This recipe is one I learned from my mum – it’s one that’s been around forever, seemingly. All other content is © Rebecca Daley and ohtogoawandering, 2015.

An accidental hiatus, 101 followers and a little bit of hope

Well hello there. It’s been a while — oops. I promise I have a good excuse.

Okay — not really. But I have been busy. And, to put the icing on the sheepish cake, I logged back into WordPress yesterday after a period of good intentions paving the way to absolutely no blog posts whatsoever to find I’d missed a bit of an exciting milestone. One hundred and one people are now following ohtogoawandering which, I’ll admit, makes me beam with pride. In some ways, I never set out to write this blog for anybody but myself, but equally it’s nice to know that people enjoy what I create here in my tiny corner of the internet.

And I wanted to mark the occasion somehow: it feels like a watershed in many ways — a new beginning. A moment to look to the next one hundred, and the next few years. And it happens to coincide with other lines in the sand.

I’ve gone from a period in my life where I was really struggling a lot, felt as though I had lost my way and was very unhappy, to a period where I feel like the way ahead is clear, bright and full of promise. Where I feel appreciated, where my hard work seems to pay off, and where I look forward to getting up each morning.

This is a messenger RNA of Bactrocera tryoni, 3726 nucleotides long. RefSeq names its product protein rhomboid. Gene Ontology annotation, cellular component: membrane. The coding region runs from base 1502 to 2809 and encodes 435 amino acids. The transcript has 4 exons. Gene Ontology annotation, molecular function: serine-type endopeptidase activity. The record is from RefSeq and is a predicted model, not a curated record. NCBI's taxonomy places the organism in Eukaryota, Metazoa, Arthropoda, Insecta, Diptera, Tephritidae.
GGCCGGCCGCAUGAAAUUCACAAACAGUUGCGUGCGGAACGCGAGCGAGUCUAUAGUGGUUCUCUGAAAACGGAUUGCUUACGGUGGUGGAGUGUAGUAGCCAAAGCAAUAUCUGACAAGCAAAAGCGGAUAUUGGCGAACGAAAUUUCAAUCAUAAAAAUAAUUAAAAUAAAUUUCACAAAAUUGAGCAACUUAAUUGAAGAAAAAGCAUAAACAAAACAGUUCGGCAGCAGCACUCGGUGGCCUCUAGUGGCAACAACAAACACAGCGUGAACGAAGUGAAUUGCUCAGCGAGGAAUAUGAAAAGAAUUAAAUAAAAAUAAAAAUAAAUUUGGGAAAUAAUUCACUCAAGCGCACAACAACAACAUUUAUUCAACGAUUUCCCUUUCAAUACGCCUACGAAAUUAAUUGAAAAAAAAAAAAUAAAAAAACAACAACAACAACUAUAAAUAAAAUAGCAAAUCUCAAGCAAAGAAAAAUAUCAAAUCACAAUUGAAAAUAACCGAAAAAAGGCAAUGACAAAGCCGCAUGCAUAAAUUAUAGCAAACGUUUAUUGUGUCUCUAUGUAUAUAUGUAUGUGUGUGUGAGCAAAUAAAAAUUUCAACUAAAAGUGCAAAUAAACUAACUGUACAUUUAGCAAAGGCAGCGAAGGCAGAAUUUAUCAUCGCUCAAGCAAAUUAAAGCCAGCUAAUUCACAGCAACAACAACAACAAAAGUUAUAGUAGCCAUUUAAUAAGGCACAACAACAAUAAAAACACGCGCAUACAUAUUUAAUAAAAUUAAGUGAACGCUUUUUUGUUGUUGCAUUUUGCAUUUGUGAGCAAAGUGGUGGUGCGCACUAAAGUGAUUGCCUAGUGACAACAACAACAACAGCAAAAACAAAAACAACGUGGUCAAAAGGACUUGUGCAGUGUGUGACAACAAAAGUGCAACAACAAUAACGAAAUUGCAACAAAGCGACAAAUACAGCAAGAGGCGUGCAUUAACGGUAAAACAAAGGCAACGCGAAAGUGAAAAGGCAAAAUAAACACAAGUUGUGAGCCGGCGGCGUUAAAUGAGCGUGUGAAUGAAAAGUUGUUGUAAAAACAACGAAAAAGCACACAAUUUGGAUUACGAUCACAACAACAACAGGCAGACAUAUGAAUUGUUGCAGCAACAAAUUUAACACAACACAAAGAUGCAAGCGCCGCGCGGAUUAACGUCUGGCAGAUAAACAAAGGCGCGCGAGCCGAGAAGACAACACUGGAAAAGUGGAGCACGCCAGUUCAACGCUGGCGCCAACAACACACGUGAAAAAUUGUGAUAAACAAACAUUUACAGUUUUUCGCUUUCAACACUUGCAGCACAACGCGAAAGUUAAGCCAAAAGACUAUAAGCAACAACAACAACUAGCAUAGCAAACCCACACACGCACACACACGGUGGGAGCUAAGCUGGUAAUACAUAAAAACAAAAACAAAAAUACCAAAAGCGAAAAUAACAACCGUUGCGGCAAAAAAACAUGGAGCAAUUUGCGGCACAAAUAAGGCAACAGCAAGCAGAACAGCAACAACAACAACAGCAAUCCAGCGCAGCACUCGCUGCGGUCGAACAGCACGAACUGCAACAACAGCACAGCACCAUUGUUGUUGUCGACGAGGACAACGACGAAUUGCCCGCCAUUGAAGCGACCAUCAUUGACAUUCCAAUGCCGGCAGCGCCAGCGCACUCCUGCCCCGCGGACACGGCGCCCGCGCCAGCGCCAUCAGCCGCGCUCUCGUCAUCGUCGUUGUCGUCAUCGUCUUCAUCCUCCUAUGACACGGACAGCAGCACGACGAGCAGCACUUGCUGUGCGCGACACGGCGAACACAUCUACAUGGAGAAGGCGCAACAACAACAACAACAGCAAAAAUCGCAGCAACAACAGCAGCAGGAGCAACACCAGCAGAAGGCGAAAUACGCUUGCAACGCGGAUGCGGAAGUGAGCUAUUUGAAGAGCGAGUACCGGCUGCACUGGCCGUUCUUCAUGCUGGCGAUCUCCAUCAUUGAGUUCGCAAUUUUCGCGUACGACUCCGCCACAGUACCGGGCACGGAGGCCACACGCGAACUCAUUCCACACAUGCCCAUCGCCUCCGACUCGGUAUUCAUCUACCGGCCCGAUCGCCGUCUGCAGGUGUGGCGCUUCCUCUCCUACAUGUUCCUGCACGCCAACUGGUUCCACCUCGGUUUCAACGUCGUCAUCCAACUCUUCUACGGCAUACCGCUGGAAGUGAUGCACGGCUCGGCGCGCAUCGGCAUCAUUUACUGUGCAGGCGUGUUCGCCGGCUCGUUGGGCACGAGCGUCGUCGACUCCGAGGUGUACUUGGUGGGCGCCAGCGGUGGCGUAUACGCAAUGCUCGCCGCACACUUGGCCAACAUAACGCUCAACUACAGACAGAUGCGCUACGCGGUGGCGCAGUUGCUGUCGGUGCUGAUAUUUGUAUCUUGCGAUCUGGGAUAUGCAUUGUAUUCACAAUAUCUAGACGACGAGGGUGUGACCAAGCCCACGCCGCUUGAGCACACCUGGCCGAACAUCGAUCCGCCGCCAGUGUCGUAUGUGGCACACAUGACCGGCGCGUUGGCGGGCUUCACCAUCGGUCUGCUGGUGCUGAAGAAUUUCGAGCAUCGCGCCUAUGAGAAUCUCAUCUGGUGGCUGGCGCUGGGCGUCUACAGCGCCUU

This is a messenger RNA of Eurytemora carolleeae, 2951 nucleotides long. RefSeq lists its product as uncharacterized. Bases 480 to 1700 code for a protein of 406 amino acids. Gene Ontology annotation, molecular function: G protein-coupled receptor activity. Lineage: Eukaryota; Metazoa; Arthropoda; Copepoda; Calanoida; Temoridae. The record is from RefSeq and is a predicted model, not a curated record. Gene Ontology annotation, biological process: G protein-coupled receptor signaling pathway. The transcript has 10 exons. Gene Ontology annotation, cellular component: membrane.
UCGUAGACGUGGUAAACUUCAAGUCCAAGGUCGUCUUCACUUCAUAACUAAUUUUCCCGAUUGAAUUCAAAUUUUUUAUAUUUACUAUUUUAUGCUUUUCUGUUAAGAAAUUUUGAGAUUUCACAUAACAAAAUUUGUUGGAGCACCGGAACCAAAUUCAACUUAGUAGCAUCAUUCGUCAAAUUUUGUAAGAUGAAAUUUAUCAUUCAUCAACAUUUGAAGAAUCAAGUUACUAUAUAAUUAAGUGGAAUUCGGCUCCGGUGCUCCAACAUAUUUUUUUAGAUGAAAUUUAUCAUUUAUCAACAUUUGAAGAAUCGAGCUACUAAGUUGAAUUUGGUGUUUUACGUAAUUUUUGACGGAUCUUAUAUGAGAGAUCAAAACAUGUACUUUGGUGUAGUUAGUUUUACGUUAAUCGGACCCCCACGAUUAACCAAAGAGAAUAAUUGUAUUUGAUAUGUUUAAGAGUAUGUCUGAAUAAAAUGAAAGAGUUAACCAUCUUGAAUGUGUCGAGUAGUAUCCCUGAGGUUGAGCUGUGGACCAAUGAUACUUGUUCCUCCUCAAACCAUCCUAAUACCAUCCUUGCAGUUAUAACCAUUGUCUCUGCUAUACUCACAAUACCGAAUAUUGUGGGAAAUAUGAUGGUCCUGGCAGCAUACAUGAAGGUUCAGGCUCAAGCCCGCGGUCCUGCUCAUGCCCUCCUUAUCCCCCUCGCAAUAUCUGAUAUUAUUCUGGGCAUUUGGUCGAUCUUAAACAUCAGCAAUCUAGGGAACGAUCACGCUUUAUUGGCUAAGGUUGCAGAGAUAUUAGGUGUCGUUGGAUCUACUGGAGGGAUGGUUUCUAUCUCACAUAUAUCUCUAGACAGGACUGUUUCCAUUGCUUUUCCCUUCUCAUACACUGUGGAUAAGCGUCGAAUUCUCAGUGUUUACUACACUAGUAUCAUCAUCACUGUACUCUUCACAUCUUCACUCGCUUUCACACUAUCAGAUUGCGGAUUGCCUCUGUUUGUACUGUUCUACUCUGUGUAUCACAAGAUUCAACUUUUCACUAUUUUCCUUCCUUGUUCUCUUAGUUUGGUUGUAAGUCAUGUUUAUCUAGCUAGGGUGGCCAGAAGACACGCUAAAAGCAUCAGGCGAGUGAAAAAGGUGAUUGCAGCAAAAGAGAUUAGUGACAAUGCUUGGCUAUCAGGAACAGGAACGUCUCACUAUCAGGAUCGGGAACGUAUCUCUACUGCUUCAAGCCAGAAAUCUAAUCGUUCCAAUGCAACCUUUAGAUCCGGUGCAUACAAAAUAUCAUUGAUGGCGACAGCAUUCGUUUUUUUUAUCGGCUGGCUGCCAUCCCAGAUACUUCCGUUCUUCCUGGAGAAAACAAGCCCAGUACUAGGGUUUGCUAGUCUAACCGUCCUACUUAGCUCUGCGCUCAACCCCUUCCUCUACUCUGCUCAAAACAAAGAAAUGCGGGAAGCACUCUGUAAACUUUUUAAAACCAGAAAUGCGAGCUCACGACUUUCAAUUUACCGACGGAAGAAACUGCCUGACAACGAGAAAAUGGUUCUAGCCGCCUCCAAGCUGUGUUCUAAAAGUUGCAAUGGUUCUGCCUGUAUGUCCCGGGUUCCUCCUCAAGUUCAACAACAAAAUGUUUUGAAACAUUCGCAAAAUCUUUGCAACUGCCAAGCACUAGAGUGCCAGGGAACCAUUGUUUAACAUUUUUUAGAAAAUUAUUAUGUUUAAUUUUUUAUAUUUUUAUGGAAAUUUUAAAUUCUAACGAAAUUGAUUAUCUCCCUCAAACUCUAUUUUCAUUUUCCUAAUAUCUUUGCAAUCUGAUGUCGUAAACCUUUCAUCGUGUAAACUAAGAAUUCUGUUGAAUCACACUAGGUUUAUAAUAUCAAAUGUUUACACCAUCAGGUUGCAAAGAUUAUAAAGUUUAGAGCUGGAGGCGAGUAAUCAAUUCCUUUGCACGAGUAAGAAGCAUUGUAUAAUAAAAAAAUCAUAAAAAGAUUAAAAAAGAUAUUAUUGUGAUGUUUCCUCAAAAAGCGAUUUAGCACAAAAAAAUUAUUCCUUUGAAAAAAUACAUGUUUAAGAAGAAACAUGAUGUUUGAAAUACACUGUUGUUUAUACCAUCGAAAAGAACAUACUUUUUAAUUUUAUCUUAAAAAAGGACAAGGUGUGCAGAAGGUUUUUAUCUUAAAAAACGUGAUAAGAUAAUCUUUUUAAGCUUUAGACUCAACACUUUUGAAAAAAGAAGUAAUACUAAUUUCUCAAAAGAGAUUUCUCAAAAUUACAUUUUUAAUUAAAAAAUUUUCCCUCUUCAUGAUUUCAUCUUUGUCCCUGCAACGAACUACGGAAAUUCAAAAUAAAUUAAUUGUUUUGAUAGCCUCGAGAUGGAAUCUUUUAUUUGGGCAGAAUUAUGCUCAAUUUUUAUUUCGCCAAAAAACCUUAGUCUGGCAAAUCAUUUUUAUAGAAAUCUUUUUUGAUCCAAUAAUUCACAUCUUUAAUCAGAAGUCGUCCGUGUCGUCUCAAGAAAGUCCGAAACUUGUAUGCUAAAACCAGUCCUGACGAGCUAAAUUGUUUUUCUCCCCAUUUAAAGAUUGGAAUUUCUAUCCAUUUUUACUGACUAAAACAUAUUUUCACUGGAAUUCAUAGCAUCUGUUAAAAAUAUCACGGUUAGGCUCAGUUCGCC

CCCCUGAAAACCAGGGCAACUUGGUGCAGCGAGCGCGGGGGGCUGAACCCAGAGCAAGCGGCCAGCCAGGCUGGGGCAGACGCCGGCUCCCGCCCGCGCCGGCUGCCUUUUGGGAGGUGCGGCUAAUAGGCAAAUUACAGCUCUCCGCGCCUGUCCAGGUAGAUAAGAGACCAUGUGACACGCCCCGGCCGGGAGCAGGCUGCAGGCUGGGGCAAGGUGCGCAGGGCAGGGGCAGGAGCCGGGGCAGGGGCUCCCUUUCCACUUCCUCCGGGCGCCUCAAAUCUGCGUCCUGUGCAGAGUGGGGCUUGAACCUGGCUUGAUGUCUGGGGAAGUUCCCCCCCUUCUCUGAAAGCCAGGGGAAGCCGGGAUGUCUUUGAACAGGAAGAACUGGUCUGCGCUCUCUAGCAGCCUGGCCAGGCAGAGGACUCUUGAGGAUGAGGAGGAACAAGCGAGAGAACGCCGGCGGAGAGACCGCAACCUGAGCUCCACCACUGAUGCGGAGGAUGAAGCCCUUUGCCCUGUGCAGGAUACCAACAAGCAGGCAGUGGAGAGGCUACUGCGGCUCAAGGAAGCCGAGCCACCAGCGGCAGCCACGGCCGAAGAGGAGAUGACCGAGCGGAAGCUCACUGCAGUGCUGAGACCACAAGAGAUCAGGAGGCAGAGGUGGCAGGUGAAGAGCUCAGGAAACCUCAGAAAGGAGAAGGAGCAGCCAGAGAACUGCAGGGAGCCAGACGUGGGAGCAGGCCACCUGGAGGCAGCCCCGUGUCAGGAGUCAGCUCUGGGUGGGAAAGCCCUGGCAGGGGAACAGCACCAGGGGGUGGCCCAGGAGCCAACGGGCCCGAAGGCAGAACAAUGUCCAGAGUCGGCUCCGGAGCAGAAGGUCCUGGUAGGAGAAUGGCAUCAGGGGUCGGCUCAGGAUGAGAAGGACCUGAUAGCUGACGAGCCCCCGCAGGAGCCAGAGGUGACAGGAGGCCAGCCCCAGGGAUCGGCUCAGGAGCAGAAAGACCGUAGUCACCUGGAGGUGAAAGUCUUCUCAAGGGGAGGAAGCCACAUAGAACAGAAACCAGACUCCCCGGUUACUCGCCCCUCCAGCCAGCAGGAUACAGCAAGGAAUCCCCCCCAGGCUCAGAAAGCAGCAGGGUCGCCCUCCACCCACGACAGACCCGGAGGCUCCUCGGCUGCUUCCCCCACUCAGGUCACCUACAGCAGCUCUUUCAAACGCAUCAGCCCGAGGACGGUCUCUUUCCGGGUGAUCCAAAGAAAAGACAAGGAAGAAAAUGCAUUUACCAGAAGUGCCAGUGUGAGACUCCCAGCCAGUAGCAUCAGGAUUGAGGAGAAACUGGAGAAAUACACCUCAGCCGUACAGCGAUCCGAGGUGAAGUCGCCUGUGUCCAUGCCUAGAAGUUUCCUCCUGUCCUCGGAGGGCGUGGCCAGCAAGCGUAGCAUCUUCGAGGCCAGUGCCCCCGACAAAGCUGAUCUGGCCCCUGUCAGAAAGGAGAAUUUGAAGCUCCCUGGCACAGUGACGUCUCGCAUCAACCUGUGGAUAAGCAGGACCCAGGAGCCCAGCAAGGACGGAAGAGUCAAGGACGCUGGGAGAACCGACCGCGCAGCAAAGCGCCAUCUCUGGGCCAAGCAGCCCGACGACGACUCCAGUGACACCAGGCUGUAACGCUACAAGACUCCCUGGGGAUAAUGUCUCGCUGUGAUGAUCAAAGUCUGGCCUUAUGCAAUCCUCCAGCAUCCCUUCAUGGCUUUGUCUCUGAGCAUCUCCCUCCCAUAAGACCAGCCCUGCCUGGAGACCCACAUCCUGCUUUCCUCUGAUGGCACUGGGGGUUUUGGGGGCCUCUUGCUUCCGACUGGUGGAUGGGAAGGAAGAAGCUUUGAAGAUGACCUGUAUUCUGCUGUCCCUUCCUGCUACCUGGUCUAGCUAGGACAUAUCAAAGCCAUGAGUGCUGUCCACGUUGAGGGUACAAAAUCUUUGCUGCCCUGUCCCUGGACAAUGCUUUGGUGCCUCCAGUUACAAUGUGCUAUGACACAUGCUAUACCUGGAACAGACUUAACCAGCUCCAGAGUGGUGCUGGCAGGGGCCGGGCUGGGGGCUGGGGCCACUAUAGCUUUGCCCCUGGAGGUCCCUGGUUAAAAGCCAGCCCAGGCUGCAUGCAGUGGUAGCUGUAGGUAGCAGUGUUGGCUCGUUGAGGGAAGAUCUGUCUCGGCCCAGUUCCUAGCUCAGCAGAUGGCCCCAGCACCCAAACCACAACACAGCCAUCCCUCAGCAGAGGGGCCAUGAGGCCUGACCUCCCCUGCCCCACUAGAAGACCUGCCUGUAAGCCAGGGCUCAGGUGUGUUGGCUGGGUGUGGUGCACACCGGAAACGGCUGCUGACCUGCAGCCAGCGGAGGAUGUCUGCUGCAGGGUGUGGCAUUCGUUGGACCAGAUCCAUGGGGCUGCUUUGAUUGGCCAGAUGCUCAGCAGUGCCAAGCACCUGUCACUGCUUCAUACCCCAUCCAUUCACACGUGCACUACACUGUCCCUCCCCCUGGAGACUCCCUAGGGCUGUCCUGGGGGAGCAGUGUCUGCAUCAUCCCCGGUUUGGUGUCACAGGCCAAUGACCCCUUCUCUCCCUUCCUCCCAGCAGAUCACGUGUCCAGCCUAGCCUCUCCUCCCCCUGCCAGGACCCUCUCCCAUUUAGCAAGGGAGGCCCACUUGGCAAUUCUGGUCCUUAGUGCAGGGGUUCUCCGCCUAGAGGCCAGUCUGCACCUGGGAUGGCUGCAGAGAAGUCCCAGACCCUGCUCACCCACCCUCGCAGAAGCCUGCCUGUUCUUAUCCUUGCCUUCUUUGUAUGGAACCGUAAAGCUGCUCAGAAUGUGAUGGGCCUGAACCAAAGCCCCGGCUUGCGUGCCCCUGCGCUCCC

Alongside that, we woke up in the UK yesterday to a new government: a less positive change. The fragile hopes of the left wing in Britain were dashed as we welcomed in five years of a conservative majority government. An administration that rode to power fuelled primarily by people’s fear and anger. The leaders of the two main liberal parties in Britain resigned, taking full responsibility for their party’s crushing defeats– their resignation speeches are not easy to watch. It isn’t easy to watch people give their all for a cause you believe in, and then to watch them lose, no matter how graceful their exits.

Nick Clegg, the leader of the Liberal Democrats, gave a particularly emotional speech after watching his party lose seat after seat. But tinged as it was with personal sadness and defeat, his message was ultimately one of hope for the future. It struck a chord among a huge number of people: even if Clegg’s political record is far from flawless, he spoke to hope, generosity and liberalism in a dark moment for those who fear another five years of a party whose primary concern is the rich and powerful. And it reminded us that before we turn to the easy refuges of cynicism and anger, the most powerful weapon we have is our hope that things will get better.

It’s that little voice that has always got me through the rubbish times, and it’s that which will preserve left wing idealism. And no matter what your political feelings or your situation, hope is not something to be sniggered at or denigrated in favour of ‘realism’: anybody who has ever changed anything started with a belief that things could change. And they can.

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A bit of an emotional one this time, but it’s something I needed to write. Thanks to each and every one of my one hundred and one followers — I hope you continue to enjoy my blog! 

Listening to: Girl Crush by Little Big Town, I Feel the Earth Move by Carole King, Woman (Oh Mama) by Joy Williams, Word Up! by Little Mix.

The Walt Whitman image is from Pinterest, where it sadly becomes almost impossible to find the original creator. All other content is © Rebecca Daley and ohtogoawandering, 2015.